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New breeds of red clover provide the option for farmers to grow their protein on the farm instead of buying it

Advances that make red clover are more resilient and better able to resist disease explains why the crop is high this protein is being used increasingly by businesses livestock in Britain, according to Professor Athole Marshall, Head Plant breeding IBERS at Aberystwyth University.

Speaking at the Royal Welsh, Professor Marshall to be more focused on protein production on the farm is an important strategy to dairy farms, beef and sheep to ensure their future sustainability, and red clover important role to play in that regard.

“The uncertainty about future subsidies due Brecsit, and the fact that commodity prices will inevitably very volatile, means that livestock farms need to be more self-sufficient,” he said.

“By including highly productive legumes, such as red clover, of rotating crops are produced more protein on the farm itself which means, in turn, may require less nitrogen fertilizer made.”

Red clover is a legume forage high-protein dry product that can create high (12-15tDM / ha) with a 18-22% crude protein on growth of its most British soil.

In the mid 1970s reached its peak clover seed sales of approximately 3,000 tons per year, but in the mid 1990s it was less than 100 tonnes per year and because it is open to diseases such as sclerotinia and nematodau’r stem, and fact that nitrogen fertilizer is relatively inexpensive.

Now a seed sales on the rise, with demand currently goes toward about 500 tons per year.

“There is a growing interest in red clover, and the new varieties means that this species is more attractive to livestock farmers,” added Professor Marshall.

“The latest varieties of clover breeding program IBERS stay in the pasture for four to five years, which means that they are much better aligned with the medium-term gwyndonnydd than varieties grown in the past, and now forms coming from the main program that resist diseases better. ”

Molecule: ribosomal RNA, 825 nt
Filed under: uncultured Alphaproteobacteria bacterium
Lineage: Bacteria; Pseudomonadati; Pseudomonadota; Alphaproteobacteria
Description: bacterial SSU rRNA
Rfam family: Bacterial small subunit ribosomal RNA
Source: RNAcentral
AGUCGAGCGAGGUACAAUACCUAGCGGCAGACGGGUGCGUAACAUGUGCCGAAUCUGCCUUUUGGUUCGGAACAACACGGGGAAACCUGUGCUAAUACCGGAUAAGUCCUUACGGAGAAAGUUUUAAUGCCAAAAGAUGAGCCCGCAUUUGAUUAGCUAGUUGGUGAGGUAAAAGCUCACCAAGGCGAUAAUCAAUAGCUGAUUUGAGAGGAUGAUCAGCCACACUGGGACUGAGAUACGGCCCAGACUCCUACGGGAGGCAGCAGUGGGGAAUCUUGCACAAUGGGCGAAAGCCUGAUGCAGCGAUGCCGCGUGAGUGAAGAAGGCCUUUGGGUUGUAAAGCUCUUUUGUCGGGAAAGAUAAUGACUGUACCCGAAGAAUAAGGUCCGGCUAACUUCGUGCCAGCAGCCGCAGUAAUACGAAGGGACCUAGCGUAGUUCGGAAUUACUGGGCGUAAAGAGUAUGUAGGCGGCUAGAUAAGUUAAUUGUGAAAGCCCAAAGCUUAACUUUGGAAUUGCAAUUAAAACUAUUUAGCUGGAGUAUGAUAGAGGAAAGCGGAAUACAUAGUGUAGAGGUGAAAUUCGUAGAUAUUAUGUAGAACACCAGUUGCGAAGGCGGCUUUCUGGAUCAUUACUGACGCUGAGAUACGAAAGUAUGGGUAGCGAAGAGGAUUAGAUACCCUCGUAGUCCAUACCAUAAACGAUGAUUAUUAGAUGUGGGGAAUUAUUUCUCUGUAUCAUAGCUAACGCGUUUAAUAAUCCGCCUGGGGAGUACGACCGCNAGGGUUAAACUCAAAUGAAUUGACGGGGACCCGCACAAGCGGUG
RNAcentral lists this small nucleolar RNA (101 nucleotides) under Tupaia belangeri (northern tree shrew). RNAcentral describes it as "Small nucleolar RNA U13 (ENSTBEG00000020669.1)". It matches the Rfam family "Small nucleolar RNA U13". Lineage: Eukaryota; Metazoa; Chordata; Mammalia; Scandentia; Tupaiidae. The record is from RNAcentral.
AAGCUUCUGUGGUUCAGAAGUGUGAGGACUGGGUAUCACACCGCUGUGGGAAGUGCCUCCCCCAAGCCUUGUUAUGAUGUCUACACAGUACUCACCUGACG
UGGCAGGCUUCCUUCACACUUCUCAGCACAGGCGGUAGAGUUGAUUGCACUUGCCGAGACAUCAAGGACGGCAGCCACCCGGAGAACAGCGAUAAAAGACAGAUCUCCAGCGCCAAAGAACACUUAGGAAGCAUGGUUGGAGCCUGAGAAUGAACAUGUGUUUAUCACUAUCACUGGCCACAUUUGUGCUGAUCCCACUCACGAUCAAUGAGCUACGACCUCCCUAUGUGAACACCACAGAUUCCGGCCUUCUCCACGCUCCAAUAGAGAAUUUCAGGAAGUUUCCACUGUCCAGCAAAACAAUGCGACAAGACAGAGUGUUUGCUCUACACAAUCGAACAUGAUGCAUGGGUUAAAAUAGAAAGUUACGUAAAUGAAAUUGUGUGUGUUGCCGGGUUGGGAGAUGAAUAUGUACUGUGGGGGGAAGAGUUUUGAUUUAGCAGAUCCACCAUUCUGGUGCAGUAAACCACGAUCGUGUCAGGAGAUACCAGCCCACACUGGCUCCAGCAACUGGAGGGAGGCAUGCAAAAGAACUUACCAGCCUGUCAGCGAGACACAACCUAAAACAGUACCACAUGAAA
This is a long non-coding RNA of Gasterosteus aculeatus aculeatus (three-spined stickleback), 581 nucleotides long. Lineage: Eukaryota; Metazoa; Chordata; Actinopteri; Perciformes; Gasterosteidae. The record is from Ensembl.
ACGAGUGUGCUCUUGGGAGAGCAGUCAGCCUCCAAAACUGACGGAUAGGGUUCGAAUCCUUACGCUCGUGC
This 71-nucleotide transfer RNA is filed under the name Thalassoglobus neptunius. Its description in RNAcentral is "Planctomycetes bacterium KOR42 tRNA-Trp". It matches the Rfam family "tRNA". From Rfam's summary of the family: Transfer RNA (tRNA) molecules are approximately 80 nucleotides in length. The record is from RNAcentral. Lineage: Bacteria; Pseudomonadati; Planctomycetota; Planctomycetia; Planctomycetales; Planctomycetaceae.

Plant breeders IBERS uses molecular techniques to accelerate genetic selection and to reduce the size of trials that are needed in the field to identify the genetic characteristics higher. The current breeding program focuses mainly on the selection of red clover varieties resistant nematodau’r stalk and sclerotinia, but retains other features that are important in terms of agronomy.

“The resistance to both these key pathogens are combined with other important features through back-cross breeding material of the highest quality,” explains Professor Marshall. “The genetic markers are used to help us track the genealogy material selected – thereby ensuring minimal inbreeding problems – and also to prevent any material, although it is disease resistant, agronomic lower quality. ”

In recent years new varieties of clover, which is resistance to disease, have been developed at IBERS red clover breeding program, with AberClaret and AberChianti now on the Approved List of grasses and clover. The breeds have proven that they can produce a substantial crop the fourth and fifth year, compared with two to three years and usually derived from red clover.

Source:Aberystwyth University

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